So we hope that people use the browser and make it their own. We won’t be making any additional changes to the browser; Aviator is now entirely community-driven. We’ll still sign the releases, QA them and push them to production, but the code itself will be community-driven. If the community likes Aviator, it will thrive, and now that we have a critical mass of technical users and people who love it, it should be possible for it to survive on its own without much input from WhiteHat.

As an aside, many commercial organizations discontinue support of their products, but they regularly fail to take the step of open sourcing their products. This is how Windows XP dies a slow death in so many enterprises, unpatched, unsupported and dangerously vulnerable. This is how MMORPG video games die or become completely unplayable once the servers are dismantled. We also see SAAS companies discontinue services and allow only a few weeks or months for mass migrations without any easy alternatives in sight. I understand the financial motives behind planned obsolescence, but it’s bad for the ecosystem and bad for the users. This is something the EFF is working to resolve and something I personally feel that all commercial enterprises should do for their users.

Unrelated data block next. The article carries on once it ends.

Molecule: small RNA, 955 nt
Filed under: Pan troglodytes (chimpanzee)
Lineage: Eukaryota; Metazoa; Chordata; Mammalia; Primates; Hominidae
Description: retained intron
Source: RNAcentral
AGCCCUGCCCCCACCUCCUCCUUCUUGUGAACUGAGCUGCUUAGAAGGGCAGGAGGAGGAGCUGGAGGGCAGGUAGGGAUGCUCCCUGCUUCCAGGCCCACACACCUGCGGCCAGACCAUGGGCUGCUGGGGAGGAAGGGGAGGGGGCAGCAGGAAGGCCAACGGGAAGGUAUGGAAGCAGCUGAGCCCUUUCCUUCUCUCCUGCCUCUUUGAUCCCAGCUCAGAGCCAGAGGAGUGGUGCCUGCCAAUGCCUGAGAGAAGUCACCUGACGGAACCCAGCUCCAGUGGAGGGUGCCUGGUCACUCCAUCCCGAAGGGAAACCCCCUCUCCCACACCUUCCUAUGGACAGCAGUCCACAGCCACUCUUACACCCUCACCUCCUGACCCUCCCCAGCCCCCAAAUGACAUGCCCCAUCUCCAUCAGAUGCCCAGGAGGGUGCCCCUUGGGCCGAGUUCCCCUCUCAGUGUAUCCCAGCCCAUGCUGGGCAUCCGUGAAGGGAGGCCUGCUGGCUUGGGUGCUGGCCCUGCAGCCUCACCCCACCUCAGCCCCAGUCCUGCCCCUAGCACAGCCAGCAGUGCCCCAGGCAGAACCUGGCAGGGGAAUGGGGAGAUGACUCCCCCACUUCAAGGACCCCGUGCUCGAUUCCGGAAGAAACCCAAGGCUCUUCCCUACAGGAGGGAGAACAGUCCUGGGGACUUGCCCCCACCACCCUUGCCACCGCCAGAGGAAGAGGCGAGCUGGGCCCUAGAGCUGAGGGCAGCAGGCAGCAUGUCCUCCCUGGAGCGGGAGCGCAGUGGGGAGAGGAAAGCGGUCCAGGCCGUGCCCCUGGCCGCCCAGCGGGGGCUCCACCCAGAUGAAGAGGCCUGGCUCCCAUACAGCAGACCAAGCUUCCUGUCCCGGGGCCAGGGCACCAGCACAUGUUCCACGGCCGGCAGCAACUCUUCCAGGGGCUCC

If you have any questions or concerns about Aviator, we’d love to hear from you. Hopefully this is the browser “dream come true” that so many people have been asking for, for so long. Thank you all for supporting the project and we hope you have fun with the code. Aviator’s source code can be found here on Github. You don’t need anything to check it out. If you want to commit to it, shoot me an email with your github account name and we’ll hook you up. Go forth! Aviator is yours!

#HackerKast 14 Bonus Round: Canadian Beacon – JavaScript Beacon and Performance APIs

In this week’s bonus footage of HackerKast, I showed Matt my new JavaScript
port scanning magic that I dubbed “Canadian Beacon” because it uses the new Beacon API. It was either that or Kevin Beacon – I had to make a tough choice with my puns. It utilizes both the performance API and the beacon API.

It shows how you can use iframes and performance APIs to do basically the same thing we used to be able to do with onload event handlers on iframes of yester-year.

Not a huge deal, because we can do this in a bunch of different ways already, but it shows how easy it is to do JavaScript port scanning; and even if someone bothers to shut one variant down, this and other variants will take their place. This is one of the major reasons Aviator has chosen to break access to RFC1918 from the Internet.